And another point atheists miss: People find it comforting to be in groups -- so comforting, in fact, that they'll snort out their money to these Jewish R.L. Hubbard types above. Atheism, to attract people, needs to be less like current atheism and more like religion, in that people have a need to belong to something. Groups of no-godders, say, with an ethical framework, or at least, offering discussions about rationality and ethics, and why so many people believe in Santa Claus.

And finally, there are too few hot atheists. The public voice of atheism tends to be Julia Sweeney. Wow, whatta hottie. Look at the public voice of nonthink, Ann Coulter, note how she made her bones, so to speak -- on Politically Incorrect and other shows. But for her blonde, leggy, televised controversy-mongering, she'd be bent over a law book -- and maybe by some sex-starved Supreme Court justice.

Posted by aalkon at August 28, 2006 10:16 AM

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Not an atheist myself, but as an amateur sociologist, I think you've put your finger on the main practical (not philosophical, just practical) weakness that atheism has had so far. For whatever reason, most people seem to like to join groups. Religions usually provide many other things than just a framework for a belief in something. Forming a group of atheists/secular humanists/whatever, however loose, could also let atheists show that they, too, can fulfill some of the traditional practical functions of a religion, such as charity, response to crisis and the like. Atheists tutoring inner-city kids after school would do a lot more to get people to listen than just discussions of rationality, IMHO.

Also, every group on campus that wants people to visit offers pizza socials or the like. College students are indeed hungry all of the time. It's not a bribe, it's an entry fee. It's also a way of attracting people who might never have thought about the cause, but who can possibly be persuaded by a good argument.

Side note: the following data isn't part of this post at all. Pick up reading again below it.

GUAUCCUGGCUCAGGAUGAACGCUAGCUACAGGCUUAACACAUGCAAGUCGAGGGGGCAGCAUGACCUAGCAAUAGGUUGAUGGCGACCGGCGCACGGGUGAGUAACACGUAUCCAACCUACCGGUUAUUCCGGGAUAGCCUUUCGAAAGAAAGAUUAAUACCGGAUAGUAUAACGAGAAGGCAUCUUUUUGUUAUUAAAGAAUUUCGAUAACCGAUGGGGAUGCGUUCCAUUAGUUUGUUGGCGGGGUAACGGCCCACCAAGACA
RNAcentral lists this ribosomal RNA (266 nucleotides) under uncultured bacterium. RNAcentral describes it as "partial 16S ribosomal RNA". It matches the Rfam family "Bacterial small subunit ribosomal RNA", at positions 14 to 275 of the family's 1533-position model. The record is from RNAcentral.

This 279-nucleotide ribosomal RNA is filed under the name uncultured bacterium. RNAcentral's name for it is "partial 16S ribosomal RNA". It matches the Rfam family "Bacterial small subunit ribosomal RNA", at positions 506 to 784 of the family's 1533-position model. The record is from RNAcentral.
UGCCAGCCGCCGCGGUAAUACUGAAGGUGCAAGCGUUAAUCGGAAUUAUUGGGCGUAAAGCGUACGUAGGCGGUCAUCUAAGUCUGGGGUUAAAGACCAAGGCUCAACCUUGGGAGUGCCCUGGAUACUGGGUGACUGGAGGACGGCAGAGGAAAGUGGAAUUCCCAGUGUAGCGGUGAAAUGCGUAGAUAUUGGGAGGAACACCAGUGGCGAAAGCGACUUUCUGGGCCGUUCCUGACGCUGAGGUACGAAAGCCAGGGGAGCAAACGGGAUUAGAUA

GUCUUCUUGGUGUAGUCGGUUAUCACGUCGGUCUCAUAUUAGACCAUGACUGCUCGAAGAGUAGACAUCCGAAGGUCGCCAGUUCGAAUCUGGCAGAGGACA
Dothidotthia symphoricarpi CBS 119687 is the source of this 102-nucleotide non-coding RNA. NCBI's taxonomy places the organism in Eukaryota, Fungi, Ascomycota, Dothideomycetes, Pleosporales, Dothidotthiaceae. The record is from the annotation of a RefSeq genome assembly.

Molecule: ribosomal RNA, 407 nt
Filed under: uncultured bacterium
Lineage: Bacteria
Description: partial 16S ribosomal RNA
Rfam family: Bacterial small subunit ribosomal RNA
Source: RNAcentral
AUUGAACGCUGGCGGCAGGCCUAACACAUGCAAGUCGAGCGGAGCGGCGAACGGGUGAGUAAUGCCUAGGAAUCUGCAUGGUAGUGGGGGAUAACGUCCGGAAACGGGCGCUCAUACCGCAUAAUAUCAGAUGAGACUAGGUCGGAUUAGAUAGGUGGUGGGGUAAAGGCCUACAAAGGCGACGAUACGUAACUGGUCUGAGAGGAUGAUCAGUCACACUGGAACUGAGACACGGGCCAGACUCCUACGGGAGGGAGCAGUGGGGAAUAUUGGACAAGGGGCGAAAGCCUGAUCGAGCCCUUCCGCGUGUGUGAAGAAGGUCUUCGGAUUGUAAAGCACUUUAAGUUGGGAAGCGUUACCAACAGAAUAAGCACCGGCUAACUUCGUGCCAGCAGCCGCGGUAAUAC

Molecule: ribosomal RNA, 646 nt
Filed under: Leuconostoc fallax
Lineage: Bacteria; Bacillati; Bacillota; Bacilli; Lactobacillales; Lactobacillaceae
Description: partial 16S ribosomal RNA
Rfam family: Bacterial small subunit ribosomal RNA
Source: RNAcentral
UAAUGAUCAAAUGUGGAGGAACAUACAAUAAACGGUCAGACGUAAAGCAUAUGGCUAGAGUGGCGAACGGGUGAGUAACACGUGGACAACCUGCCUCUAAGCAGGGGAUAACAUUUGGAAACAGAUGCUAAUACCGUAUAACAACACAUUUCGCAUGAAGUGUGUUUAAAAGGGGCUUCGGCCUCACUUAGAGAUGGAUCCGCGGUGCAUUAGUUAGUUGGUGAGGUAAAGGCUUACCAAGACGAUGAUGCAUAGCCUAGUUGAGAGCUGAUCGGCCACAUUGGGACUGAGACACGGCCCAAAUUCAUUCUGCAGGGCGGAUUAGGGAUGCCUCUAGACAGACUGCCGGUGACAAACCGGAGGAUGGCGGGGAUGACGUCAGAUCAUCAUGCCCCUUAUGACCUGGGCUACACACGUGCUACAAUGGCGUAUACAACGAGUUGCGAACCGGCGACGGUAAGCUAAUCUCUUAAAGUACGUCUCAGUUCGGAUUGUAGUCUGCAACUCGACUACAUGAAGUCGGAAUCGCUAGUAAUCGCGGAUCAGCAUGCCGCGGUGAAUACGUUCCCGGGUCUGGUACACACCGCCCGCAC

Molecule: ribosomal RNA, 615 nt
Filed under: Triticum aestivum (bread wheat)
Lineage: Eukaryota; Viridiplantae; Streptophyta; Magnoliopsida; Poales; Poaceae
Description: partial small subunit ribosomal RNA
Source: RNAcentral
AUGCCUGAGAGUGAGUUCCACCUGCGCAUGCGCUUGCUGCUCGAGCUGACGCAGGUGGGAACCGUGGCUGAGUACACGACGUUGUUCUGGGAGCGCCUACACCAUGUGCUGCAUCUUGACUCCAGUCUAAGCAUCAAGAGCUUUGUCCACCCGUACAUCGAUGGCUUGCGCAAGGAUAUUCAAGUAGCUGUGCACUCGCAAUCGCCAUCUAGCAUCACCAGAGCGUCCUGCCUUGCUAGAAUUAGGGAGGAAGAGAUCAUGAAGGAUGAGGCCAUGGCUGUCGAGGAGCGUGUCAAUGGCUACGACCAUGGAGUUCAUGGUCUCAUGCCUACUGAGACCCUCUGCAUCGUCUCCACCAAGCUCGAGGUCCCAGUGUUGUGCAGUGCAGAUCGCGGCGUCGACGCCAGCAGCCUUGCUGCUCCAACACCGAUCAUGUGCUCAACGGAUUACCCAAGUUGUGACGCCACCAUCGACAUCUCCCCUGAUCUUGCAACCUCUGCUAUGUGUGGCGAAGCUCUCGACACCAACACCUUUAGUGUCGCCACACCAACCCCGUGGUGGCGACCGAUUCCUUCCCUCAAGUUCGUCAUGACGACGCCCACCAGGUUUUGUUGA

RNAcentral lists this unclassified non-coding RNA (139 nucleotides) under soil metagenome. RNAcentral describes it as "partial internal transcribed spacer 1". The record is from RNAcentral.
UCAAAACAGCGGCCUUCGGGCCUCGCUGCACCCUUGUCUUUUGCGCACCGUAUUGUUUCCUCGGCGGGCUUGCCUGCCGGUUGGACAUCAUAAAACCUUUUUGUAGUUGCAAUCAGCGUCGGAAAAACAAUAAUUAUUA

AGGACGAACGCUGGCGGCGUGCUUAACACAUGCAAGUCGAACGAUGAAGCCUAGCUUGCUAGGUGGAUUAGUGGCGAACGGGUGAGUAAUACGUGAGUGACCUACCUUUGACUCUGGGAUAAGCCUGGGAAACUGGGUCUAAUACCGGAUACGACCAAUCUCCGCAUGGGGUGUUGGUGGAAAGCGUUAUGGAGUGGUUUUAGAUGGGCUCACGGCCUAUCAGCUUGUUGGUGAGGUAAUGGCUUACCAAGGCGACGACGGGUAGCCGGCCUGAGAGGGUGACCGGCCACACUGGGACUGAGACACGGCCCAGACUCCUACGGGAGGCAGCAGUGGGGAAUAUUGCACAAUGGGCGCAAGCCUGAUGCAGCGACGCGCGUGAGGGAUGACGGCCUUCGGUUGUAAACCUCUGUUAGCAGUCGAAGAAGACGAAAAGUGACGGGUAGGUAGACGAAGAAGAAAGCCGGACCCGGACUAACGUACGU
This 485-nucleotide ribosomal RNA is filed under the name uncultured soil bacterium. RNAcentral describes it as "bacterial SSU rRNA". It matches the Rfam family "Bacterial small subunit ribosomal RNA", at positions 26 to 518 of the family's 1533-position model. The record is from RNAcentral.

I think the main failing here is that organized religions generally seem to realize that they have to give people reasons to join and stay. Scientology has survived this long, IMHO, because it's pretty much all about doing that. I may have some issues with Catholicism, but my local church organizes trips to baseball games, holds dinners, takes us on dog-walking outings, etc. etc. And the trend is toward doing more, not less, of that. Fair or not, we live in a competitive world, and atheism has to compete if it's going to expand significantly.

Posted by: marion at August 28, 2006 6:45 AM

I like that thought. "Competitive atheism." It can be thought of as a brand, and it needs to be treated like one.

Posted by: Amy Alkon at August 28, 2006 7:02 AM

I knew it! I knew it! You're trading one kind of busy-bodyhood for another.

Posted by: Crid at August 28, 2006 8:09 AM

Who says I haven't been a no-god busybod all along?

Posted by: Amy Alkon at August 28, 2006 8:18 AM

I'm not an atheist either, but the thing I always thought was cool about atheists is that they were above it all. The thought of the Campus Atheism Fellowship slinging free pizza and making their pitch along with the rest of the believers just seems wrong.


Posted by: Speedy at August 28, 2006 8:43 AM

I'm not a "joiner" either, but if that's what it takes to interest college students in rational thought, what's the problem?